Added Welman: “These are the kind of theaters that are worth saving, because they're essential to a community.”

 Jeremy Welman
Mitchell Northam
Jeremy Welman, the managing partner of Carolina Cinemas, poses for a photo at Chapel Hill's Lumina Theater on Tuesday, April 18, 2023.

In North Carolina – and the Triangle – independent theaters are a staple

According to a map created by Art House Convergence, North Carolina has 11 movie theaters that identify as art houses. That’s the most in any state that is south of Ohio and east of the Mississippi River. The Chelsea is part of this group, and so is Durham’s Carolina Theatre.

“I think that there's a pretty robust interest in film here,” Kass said. “And that's one thing that isn't true of all communities. I mean, that's why Chapel Hill and Durham can support the number of theaters that we support, because people care about quality film.”

T-Shirts are for sale in the lobby of the Chelsea Theater in Chapel Hill on Saturday, April 29, 2023.
Mitchell Northam
T-Shirts are for sale in the lobby of the Chelsea Theater in Chapel Hill on Saturday, April 29, 2023.
Chelsea Theater popcorn
Mitchell Northam
Popcorn pops behind the snack counter at Chapel Hill's Chelsea Theater on Saturday, April 29, 2023.
Small digital signs show which movies are playing at the Chelsea Theater in Chapel Hill on Saturday, April 28, 2023.
Mitchell Northam
Small digital signs show which movies are playing at the Chelsea Theater in Chapel Hill on Saturday, April 28, 2023.

As a non-profit, the Chelsea doesn’t have to rely on films projected to be big successes at the box office. It’s unlikely that moviegoers will be able to catch “Fast X” – the latest installment in the Fast & Furious franchise – there, but the Chelsea is the place to see a 40th anniversary screening of “Flashdance,” or the new environmentalist action-thriller, “How to Blow Up a Pipeline.” And it was one of the local theaters that showed the Ben Affleck-directed “Air.”

“We have a very specific mission and niche. We really go for certain kinds of movies that come through the film festivals or independent filmmakers. Oftentimes, those are of less interest to larger theaters because they don't generate the kind of box office that they need.”

This summer, the Chelsea will also offer what it calls “Chelsea Classics,” a new program where the theater will screen older genre films, underseen Hollywood classics, restorations, and international favorites.

“Things that don't necessarily show up on TV or on streaming, because they're harder to find,” Kass said. “We think people want to, you know, mix it up a little bit.”

Meanwhile, the Lumina bills itself as family-friendly and is owned by Welman’s Carolina Cinemas. As an independent, it can be selective in what it shows — it was one of the few local theaters to re-screen Best Picture winner “Everything Everywhere All At Once” ahead of this year’s Oscars — but it will also lean on big box office hits, like the Mario Bros. movie and whatever Marvel Comics’ adaptation Disney is pumping out, such as the upcoming third installment of "Guardians of the Galaxy."

Welman says while a competitor like Silverspot — a smaller chain with locations in five states, including one in Chapel Hill — is a “sexy, bigger theater,” he sees the Lumina offering a hometown vibe.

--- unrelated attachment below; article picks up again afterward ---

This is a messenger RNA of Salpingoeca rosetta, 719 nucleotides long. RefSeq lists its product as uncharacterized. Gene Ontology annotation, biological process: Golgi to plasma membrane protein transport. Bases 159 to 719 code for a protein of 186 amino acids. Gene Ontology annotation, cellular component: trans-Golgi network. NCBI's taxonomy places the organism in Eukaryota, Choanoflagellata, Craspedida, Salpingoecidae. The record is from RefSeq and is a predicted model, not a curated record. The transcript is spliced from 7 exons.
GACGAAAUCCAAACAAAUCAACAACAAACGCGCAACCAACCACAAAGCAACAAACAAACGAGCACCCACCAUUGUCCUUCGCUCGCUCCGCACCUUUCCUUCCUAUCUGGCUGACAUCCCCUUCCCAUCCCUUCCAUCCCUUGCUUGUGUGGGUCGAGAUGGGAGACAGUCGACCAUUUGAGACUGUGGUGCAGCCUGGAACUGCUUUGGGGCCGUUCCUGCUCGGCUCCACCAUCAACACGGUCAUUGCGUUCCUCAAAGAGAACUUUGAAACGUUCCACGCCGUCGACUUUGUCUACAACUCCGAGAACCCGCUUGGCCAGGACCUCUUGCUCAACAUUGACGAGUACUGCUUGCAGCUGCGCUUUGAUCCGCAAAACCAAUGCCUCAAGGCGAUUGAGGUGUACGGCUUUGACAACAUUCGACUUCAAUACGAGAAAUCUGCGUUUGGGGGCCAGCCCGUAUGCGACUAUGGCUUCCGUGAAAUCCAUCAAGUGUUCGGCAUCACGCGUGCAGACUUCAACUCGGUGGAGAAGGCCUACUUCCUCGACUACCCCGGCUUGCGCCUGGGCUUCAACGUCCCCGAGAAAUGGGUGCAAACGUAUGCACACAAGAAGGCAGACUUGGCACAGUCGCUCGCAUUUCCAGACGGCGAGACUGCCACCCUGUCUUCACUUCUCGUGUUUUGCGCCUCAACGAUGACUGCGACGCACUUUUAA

“We're smaller, we're more boutique, we're more hands-on. It's a more curated experience,” Welman said. “We only have four screens, so we’re not playing every film that comes out. We're playing the films that we believe are going to do best in our community. And we take chances sometimes.”

Last fall, the Lumina and Silverspot worked together in hosting Film Fest 919.

North Carolina also has 14 theaters that are members of the League of Historic American Theatres. Membership includes historic theaters, cinemas, and opera houses that are operating and at least 50 years old. No other state in the southeastern U.S. has more members.

What does success look like?

Manteo’s Pioneer Theater isn’t a member of LHAT, but certainly could be after it reopens. The Pioneer first opened its doors in 1918, and has survived fires, hurricanes, and COVID-19. Afraid that this Outer Banks community would lose its lone cinema, Basnight and his group swooped in. He remembers going to the Pioneer as a kid to see “Star Wars” and “Jaws.”

“It's really the experience that you remember, not so much the movie, but it's the experience of going to the old theater,” Basnight said. “When we were in elementary school, we would go on little field trips and we'd walk in a line like little ducks down the Pioneer, and we give our little $2, and we'd get our little box of popcorn and our drink… I'd love to try to do something like that again.”

When it reopens — Basnight is aiming for later this month — the Pioneer will be just one of two movie theaters in Dare County and the Outer Banks. The other is the Movies 10 in Kill Devil Hills, operated by RC Theatres, a small chain with 13 cinemas in North Carolina, Virginia, Maryland and Pennsylvania.

“I think there's so many of us who have so many memories at the movies. Your first dates, your first experience with friends,” Basnight said. “I think to be able to reignite that in folks coming out of the pandemic, to get that excitement, to provide that entertainment that folks want. It's an escape really, for a brief moment.”

Success for each of these theaters — the Chelsea, the Lumina and the Pioneer — all looks a little bit different. But if there’s one thing in common between these three North Carolina theaters, it is that their operators are all optimistic that moviegoers will continue to stream through their doors.

“If you live in the area, and you enjoy having a theater, you got to support it,” Welman said. “Yes, we’re for profit – but if we don’t turn a profit, there’ll be no theater. In speaking to Chapel Hill as a whole, I would just encourage residents to come give us a chance. I think they'll come and realize that it's a great experience.”

Mitchell Northam is a Digital Producer for WUNC. His past work has been featured at the Atlanta Journal-Constitution, SB Nation, the Orlando Sentinel and the Associated Press. He is a graduate of Salisbury University and is also a voter in the AP Top 25 poll for women's college basketball.